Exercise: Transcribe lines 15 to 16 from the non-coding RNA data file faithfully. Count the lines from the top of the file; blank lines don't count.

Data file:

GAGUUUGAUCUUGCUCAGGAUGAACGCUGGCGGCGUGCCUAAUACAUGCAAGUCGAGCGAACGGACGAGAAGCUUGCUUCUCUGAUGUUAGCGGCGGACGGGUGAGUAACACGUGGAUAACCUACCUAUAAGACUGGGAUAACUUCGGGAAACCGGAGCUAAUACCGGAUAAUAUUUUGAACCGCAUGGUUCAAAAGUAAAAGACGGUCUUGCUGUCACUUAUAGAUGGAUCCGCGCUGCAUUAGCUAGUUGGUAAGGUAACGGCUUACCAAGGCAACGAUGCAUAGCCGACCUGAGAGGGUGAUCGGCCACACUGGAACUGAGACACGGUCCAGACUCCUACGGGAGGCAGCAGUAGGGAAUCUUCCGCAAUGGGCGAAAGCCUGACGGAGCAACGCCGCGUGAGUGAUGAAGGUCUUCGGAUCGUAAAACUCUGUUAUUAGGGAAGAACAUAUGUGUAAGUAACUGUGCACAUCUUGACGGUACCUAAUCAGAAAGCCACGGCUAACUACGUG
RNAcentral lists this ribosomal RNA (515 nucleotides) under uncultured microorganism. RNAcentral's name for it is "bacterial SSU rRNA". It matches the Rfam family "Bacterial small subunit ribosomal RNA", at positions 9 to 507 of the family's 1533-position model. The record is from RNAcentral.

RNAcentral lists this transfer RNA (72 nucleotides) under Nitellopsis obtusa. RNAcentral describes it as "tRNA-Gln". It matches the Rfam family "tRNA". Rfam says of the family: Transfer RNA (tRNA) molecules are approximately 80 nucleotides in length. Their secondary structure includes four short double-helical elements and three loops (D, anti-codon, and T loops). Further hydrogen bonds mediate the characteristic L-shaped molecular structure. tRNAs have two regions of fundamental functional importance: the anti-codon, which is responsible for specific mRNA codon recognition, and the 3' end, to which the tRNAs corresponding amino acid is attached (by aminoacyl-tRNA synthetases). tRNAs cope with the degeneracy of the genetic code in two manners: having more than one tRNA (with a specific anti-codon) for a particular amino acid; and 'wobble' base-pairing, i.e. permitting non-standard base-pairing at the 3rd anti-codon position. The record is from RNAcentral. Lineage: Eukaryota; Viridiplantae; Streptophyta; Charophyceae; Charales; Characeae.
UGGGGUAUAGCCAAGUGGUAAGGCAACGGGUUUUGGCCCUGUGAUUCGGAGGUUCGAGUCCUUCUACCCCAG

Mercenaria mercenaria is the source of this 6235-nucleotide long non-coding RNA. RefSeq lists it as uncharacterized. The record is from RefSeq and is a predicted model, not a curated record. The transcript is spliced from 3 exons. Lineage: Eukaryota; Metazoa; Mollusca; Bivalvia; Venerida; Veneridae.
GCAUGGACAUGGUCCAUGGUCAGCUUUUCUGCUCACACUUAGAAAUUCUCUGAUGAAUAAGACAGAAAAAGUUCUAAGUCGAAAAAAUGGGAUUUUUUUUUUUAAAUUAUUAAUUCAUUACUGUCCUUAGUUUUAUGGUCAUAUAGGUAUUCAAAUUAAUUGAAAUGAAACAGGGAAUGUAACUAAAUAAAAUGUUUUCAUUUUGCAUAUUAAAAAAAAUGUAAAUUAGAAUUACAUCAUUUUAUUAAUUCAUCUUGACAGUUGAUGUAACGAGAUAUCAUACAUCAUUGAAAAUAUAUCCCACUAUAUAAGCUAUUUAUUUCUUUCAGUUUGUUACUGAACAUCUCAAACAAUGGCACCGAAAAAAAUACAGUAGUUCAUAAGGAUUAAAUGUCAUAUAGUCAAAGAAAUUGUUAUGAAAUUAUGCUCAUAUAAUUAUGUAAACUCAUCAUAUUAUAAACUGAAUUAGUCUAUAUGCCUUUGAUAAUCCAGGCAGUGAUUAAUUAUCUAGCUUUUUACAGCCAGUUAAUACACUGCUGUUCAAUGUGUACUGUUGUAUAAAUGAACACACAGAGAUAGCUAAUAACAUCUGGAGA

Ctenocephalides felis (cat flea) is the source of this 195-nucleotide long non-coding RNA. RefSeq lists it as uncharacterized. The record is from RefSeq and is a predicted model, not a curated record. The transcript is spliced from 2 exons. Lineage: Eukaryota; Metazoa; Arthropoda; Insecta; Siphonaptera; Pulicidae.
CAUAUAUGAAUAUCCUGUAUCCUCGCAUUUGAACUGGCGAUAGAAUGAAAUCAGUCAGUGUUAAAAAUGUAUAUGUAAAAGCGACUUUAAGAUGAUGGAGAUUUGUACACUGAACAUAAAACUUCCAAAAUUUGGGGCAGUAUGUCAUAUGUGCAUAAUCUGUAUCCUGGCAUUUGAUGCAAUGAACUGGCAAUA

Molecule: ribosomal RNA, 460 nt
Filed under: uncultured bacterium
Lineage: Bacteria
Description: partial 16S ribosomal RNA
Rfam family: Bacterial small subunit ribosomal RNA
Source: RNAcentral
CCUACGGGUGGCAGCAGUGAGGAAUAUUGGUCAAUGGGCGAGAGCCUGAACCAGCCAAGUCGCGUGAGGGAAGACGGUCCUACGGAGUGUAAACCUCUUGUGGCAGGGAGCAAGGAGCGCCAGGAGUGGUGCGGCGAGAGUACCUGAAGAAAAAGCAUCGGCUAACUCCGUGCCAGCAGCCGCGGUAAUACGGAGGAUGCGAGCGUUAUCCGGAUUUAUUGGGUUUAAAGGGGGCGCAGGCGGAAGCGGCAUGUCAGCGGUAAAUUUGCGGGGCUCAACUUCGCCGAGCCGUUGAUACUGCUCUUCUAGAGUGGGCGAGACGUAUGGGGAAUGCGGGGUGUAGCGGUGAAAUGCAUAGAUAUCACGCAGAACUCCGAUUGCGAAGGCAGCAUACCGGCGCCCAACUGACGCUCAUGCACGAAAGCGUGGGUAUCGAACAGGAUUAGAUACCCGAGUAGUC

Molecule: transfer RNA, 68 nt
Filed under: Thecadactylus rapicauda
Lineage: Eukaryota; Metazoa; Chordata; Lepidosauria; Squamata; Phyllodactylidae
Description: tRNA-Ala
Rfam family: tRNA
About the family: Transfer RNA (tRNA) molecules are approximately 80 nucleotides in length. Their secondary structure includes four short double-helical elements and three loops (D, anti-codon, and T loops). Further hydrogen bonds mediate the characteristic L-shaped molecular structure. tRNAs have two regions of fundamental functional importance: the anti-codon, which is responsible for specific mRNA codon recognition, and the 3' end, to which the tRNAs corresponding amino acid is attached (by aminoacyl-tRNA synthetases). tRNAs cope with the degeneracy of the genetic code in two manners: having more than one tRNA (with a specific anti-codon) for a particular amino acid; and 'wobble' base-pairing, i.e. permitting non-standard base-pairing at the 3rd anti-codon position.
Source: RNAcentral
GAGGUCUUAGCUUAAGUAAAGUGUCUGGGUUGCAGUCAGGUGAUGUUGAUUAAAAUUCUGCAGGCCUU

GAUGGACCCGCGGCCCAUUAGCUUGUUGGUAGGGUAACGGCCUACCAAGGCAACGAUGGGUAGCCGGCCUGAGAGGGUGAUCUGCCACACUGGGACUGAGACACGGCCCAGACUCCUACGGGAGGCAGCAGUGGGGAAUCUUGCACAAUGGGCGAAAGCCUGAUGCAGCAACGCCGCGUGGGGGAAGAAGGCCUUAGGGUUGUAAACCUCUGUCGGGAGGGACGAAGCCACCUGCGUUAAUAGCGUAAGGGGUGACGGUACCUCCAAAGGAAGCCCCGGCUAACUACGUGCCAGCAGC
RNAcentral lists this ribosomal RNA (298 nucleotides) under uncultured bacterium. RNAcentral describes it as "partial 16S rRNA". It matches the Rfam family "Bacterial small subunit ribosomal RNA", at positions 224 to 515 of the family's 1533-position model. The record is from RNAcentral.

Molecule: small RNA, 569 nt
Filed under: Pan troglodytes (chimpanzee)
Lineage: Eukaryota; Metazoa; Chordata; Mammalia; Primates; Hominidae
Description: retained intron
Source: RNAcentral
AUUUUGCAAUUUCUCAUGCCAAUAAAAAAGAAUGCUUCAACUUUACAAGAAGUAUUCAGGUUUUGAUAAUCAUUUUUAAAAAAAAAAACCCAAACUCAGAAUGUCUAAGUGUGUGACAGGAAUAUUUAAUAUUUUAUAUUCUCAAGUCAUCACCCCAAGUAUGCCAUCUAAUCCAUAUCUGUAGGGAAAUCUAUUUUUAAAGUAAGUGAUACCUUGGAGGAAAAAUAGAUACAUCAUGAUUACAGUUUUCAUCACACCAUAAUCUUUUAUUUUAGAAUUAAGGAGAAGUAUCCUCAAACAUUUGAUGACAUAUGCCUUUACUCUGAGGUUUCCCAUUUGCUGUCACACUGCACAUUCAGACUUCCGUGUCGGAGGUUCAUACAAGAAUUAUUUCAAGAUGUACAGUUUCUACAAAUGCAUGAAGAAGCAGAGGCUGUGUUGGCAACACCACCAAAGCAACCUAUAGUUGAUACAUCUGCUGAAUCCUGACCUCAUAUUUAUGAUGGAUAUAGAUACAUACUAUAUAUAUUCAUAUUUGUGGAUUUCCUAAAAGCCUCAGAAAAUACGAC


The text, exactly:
CCUACGGGUGGCAGCAGUGAGGAAUAUUGGUCAAUGGGCGAGAGCCUGAACCAGCCAAGUCGCGUGAGGGAAGACGGUCCUACGGAGUGUAAACCUCUUGUGGCAGGGAGCAAGGAGCGCCAGGAGUGGUGCGGCGAGAGUACCUGAAGAAAAAGCAUCGGCUAACUCCGUGCCAGCAGCCGCGGUAAUACGGAGGAUGCGAGCGUUAUCCGGAUUUAUUGGGUUUAAAGGGGGCGCAGGCGGAAGCGGCAUGUCAGCGGUAAAUUUGCGGGGCUCAACUUCGCCGAGCCGUUGAUACUGCUCUUCUAGAGUGGGCGAGACGUAUGGGGAAUGCGGGGUGUAGCGGUGAAAUGCAUAGAUAUCACGCAGAACUCCGAUUGCGAAGGCAGCAUACCGGCGCCCAACUGACGCUCAUGCACGAAAGCGUGGGUAUCGAACAGGAUUAGAUACCCGAGUAGUC

Molecule: transfer RNA, 68 nt